Comfort Conundrums

Complacency is a funny thing. It is more often perceived as a negative state of mind, yet I seek it as often as possible. Perhaps I desire comfort, which is complacency’s more socially acceptable cousin.

I have made several gaffes in my life because I thought I was comfortable, but I had actually become complacent. 

‘Something’s Gotta Give’

I used to be something of a movie theatre cut up in my younger days. Back before I had two kids watching, and then emulating, every bit of my playful, yet rude, behavior.

Back in 2003, before Lacey and I were married, we went to watch “Something’s Gotta Give” at Century 16. Yes, I admit it: it was my idea to watch the damn movie. Jack Nicholson had just come out in “Anger Management” and I thought he’d be just as funny in this movie as he was in that one. The movie was a boring piece of shit (and I could have gone the rest of my life without seeing Diane Keaton’s bush). 

I was bored out my mind as the movie droned on, my feet propped up on the chair in front of me. I wasn’t tired enough to fall asleep, so I daydreamed about god-knows-what. In this haze, I sort of forgot where I was and did something that should only be done in the comfort of one’s home: I farted. Loudly.

We were watching the movie on premiere night, so the theatre was packed. Lacey must have turned beet red in the darkness as she elbowed me and said my name sternly. You know, like when you’re in trouble and the ol’ lady even throws in your middle name.

“Leslie David!”

And I figured since everyone on our row, and the surrounding ones, knew it was me who broke wind, I rattled off a few more. I heard some muffled laughter, a bit of coughing, but mostly chastisement from my poor Lacey. 

Something gave, all right.

A more serious infraction

I’m sure you’ve made your share of off-the-cuff remarks, or have thrown insults in heated moments, that you wish you could take back.

Like the time I was in college and I knew a transgender person named James. James was cool as shit. Sometimes James would dress up like a guy, sometimes like a girl. Sometimes James would shave his/her face with an electric razor before class. I had asked around about James, only because I wanted to respect whatever sort of persona James wanted to portray. This was the first time I had been around anyone like James. 

“Do I refer to James as ‘he’ or she?,’ ” I had asked a friend. The answer was tricky.

“Whatever James is feeling like that day.”

Well shit. That seems like an ordeal, I thought. But hey, I’ll do my best.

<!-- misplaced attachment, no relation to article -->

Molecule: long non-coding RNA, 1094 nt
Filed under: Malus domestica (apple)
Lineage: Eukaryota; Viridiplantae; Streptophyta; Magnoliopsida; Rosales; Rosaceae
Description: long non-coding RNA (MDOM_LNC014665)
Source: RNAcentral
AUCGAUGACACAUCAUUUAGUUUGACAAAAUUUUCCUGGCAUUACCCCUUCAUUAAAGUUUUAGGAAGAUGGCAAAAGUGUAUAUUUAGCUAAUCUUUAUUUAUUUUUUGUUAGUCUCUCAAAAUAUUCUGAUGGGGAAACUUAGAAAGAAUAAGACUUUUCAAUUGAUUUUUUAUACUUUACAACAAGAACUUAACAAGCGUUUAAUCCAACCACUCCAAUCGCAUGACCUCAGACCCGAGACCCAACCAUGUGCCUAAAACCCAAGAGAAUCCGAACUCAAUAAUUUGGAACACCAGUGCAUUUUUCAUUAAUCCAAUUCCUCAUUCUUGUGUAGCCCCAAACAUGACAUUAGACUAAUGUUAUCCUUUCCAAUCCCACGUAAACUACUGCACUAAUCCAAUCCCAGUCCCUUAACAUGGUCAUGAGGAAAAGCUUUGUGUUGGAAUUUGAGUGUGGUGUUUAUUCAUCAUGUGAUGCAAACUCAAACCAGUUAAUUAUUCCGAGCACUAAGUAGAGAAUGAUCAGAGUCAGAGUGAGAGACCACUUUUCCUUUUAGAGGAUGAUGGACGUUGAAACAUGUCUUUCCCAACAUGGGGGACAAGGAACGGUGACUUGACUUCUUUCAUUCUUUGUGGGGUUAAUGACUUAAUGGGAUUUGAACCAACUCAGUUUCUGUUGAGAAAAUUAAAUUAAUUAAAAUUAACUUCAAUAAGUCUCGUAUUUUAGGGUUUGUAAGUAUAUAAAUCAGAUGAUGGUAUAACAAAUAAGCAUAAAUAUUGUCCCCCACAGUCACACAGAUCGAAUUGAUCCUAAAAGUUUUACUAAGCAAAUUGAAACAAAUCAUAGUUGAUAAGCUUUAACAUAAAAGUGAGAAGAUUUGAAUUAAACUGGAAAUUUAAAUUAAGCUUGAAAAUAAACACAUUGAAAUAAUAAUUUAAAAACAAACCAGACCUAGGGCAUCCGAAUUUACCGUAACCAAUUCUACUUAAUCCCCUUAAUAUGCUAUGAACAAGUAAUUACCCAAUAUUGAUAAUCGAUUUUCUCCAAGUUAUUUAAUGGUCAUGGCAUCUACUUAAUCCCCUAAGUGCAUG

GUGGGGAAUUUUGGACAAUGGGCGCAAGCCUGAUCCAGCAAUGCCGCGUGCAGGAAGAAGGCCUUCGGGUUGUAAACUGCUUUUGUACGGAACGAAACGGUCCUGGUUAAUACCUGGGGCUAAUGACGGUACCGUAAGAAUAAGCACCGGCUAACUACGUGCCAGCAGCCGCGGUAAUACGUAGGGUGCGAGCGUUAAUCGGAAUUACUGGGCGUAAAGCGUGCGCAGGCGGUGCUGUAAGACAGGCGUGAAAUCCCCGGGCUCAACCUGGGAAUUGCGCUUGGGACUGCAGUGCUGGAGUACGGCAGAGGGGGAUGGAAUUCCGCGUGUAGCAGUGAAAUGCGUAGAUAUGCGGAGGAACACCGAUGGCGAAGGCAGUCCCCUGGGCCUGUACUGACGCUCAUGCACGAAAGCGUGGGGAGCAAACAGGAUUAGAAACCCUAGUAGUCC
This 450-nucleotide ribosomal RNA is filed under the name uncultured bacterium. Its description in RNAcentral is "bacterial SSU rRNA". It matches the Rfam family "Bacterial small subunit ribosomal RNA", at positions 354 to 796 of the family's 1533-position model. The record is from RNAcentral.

So one day a bunch of us were standing outside our Bible as Literature class. Shooting the shit. Waiting for Robb (the professor). James said something I apparently agreed with. So, after seeing James in jeans and a TAMUCC tee-shirt, I jerk my thumb towards James and say, “Yeah, I agree with him.”

Cold stare.

Silence.

Fuck.

Oops.

I made what I thought was a good judgment call, but I apparently was wrong. 

‘Be yourself,’ I’m told

I have recently screwed up a couple of times in the past few weeks. In both instances, one a seemingly harmless prank, the other a text message, I used what I thought to be my best judgment. Now, emotions played a role in both cases. In one case, I was feeling mischievous. In the other, I was tired and extremely pissed.

Suffice it to say that I came out with warnings on both cases. It could have been a lot, a whole lot, worse. 

But in hindsight, I realized I was too comfortable while making my mistakes. I thought my intentions (which were much less nefarious than perceived by my audience) were clear. They weren’t. I badly misjudged the situation.

Beating myself up

I am my harshest critic. My own worst enemy. My biggest detractor. Even my method of humor, at times, veers toward self-depreciation. You know the person who lies awake at bedtime and laments some minuscule misstep from years ago? I’m one of those people. 

And after the times where I really fuck up, I withdraw. I avoid people the way a mouse might avoid a room full of hungry tomcats. And I wallow in my mistake. 

If you are like me, you have a pretty good idea of the kinds of things I say to myself. 

But I have learned a way to help me get over my missteps.

What did you learn?

The best way for me to get past the gaffes in my past is actually pretty simple on the surface: find the lesson to be learned. Remove the judgment and negativity I feel. Conduct a sort of objective case study on what happened. Think about what I could have done differently and apply it to possible future situations.

Some insights:

  • I’m gonna fuck up. We all do. Even if you don’t believe you’re a slimy sinner like you learn in church, it’s pretty obvious nobody’s perfect.
  •  Be more cautious about what you say and do. Try to understand your “audience.”
  • Beating yourself up gets you nothing. It only perpetuates negativity.
  • Some mistakes are blunders (where you did everything you thought was right and prudent and still fuck up).
  • The path to redemption in your own eyes lies in finding the lesson to be learned.

 I exist on this earth to fart around. I don’t have to walk on eggshells, but paying attention to myself and my actions can help me avoid the next potential disaster.

    Stay strong (I’m telling myself that as much as I’m saying it to you).

    One Comment

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    1. I am really laughing out loud; that was so funny…I hope through the years Lacey can now look back on it and laugh. 🙂

      Like

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